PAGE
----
Riversimple is a sustainable car company, not a hydrogen car company. This is a summary of the thought processes that we have been through in choosing to build a hydrogen fuel cell car – guided by the need to address the environmental impact of personal transport.
The question “Batteries or Hydrogen?” is actually the wrong question. We need a mixture of different solutions. The answer is neither hydrogen nor batteries exclusively; we like simple, single solutions but, as the American author H.L. Mencken said, “For every complex problem there is an answer that is clear, simple, and wrong.”
We need a mix of fuels and powertrains in the future, chosen for different needs on the basis of carbon emissions and energy efficiency. In particular, the characteristics of battery electric vehicles (BEVs) and hydrogen fuel cell vehicles (HFCVs) are so different that we see the current debate as a false dilemma; we need both, for different roles.
Our primary concerns are:
• Carbon emissions
• Total energy consumption
These are loosely correlated but they are not the same; an inefficient car running on renewable sources of energy is ‘low carbon’ but we won’t achieve a renewable energy economy, living off energy revenue, if we use it profligately.
We are not ignoring the embodied carbon in building cars but cutting energy consumption in use is the biggest win; reducing carbon emissions from use requires us to reduce weight (and thus embodied carbon) anyway, and increasing vehicle lifespan amortises embodied carbon over a longer period – so focusing on use has a positive impact on lowering embodied carbon.
• Vehicle efficiency is highly dependent on vehicle weight
• Powertrain efficiency is not dependent on vehicle weight – and is therefore not very well correlated to vehicle efficiency
• Weight is highly dependent on a) the choice of powertrain and b) designed vehicle range
These factors explain why the choice of powertrain should be different for different applications. As is frequently pointed out, the powertrain efficiency of a BEV is higher than other powertrains, but our concern is vehicle efficiency.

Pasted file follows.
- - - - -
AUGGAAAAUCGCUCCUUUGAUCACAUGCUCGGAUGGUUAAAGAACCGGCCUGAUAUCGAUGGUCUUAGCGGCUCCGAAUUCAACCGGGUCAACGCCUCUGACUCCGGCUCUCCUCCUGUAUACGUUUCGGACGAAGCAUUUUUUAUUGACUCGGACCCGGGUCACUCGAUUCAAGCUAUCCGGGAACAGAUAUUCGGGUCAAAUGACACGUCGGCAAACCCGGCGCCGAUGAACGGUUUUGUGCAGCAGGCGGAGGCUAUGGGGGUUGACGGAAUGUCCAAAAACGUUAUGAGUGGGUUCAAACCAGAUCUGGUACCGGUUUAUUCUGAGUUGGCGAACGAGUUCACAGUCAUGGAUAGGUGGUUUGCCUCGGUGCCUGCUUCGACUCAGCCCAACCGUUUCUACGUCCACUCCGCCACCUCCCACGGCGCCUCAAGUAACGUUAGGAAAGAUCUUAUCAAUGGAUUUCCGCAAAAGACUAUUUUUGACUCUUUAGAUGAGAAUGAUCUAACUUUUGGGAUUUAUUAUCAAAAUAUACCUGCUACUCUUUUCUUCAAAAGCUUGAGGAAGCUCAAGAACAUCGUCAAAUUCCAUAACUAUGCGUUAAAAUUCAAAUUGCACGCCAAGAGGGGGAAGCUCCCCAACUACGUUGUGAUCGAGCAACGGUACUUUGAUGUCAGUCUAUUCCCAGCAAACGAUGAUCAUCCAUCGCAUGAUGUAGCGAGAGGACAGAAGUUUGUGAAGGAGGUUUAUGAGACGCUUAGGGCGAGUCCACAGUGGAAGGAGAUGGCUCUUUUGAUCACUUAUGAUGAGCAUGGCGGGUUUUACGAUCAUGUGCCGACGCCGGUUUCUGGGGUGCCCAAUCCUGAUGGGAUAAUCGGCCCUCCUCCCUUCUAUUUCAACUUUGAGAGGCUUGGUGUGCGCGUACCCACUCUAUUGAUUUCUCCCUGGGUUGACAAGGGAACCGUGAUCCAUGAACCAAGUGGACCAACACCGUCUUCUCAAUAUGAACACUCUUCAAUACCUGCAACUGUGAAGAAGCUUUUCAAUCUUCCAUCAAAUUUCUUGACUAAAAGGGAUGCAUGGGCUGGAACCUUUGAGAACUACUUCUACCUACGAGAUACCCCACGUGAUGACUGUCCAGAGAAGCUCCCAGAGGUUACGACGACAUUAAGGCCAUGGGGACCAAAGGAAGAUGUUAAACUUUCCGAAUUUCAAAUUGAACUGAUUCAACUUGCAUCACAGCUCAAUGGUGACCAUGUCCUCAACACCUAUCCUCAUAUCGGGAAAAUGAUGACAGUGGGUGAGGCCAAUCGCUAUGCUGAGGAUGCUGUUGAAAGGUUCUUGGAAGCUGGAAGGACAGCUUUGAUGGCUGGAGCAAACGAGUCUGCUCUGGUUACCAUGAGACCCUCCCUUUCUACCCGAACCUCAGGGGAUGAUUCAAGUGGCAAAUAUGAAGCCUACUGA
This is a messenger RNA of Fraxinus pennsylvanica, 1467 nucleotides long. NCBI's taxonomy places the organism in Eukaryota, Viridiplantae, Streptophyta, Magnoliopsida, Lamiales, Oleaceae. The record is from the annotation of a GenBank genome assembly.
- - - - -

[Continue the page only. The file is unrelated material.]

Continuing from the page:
An oft-quoted calculation by Bossel (Fig. 1) is used to support BEV efficiency but ignores these and other points
Three key changes are required to give a representative picture of Well to Wheel (WtW) energy efficiency – one at the beginning, one in the middle and one at the end.
a) There are losses upstream of the tank, Well to Tank (WtT), and for some fuel paths they are worse for electricity, some for hydrogen. Electricity is not the source of the energy. Both hydrogen and electricity are energy carriers – you can’t dig either of them out of the ground.
Over 85% of the world’s hydrogen is generated from methane, not electricity. Generation of electricity from natural gas is considered our cleanest form of fossil-generated electricity and into the UK grid it is 49% efficient, whereas steam reformation of natural gas to create hydrogen is 75% efficient.
b) If hydrogen is generated by electrolysis, it is done at the point of distribution so there are no transport transfer losses.
c) At the end of this diagram, there are no distance units! It does not say how far the car can travel on those final kiloWatt hours. To understand vehicle efficiency, the Bossel diagram needs to include the kWh required per km. This will vary for different applications, particularly influenced by the range of the vehicle.
• A heavy car can have a very high powertrain efficiency but a low vehicle efficiency, because powertrain efficiency says nothing about how much power is required at the tyre contact patch.